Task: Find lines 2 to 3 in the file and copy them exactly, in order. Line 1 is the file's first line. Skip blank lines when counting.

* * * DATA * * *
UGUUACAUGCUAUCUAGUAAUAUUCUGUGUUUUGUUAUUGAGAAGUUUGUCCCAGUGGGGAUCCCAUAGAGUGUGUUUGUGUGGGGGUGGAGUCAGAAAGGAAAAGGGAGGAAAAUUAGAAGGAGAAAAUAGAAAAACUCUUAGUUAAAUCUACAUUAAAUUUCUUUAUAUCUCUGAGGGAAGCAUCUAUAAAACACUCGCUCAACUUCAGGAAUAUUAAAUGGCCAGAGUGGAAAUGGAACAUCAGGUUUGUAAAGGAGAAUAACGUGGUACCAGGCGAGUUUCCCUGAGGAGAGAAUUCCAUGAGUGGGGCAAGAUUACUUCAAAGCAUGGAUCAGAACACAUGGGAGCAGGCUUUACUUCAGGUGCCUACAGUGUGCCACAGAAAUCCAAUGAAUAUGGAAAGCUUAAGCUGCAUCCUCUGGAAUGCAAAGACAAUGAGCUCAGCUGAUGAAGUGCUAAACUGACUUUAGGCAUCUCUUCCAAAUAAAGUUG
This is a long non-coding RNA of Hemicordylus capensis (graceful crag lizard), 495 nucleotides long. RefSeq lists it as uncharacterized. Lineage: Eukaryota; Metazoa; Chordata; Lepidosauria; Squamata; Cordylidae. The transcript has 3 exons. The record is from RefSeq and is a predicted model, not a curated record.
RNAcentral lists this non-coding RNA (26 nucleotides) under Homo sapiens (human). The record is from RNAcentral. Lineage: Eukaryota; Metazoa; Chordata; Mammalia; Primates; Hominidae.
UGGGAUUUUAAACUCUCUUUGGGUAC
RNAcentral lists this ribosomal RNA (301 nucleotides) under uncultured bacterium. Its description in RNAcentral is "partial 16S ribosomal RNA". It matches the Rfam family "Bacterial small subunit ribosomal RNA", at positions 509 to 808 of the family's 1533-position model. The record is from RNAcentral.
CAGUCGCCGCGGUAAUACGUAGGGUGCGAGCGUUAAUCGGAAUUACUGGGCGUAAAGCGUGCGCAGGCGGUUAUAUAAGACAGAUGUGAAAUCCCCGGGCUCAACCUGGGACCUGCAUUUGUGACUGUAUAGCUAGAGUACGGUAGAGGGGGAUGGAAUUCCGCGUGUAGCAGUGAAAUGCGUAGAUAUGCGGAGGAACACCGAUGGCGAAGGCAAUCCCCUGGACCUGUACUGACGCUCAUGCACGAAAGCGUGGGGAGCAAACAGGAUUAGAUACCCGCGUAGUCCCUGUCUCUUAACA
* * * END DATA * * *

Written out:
This is a long non-coding RNA of Hemicordylus capensis (graceful crag lizard), 495 nucleotides long. RefSeq lists it as uncharacterized. Lineage: Eukaryota; Metazoa; Chordata; Lepidosauria; Squamata; Cordylidae. The transcript has 3 exons. The record is from RefSeq and is a predicted model, not a curated record.
RNAcentral lists this non-coding RNA (26 nucleotides) under Homo sapiens (human). The record is from RNAcentral. Lineage: Eukaryota; Metazoa; Chordata; Mammalia; Primates; Hominidae.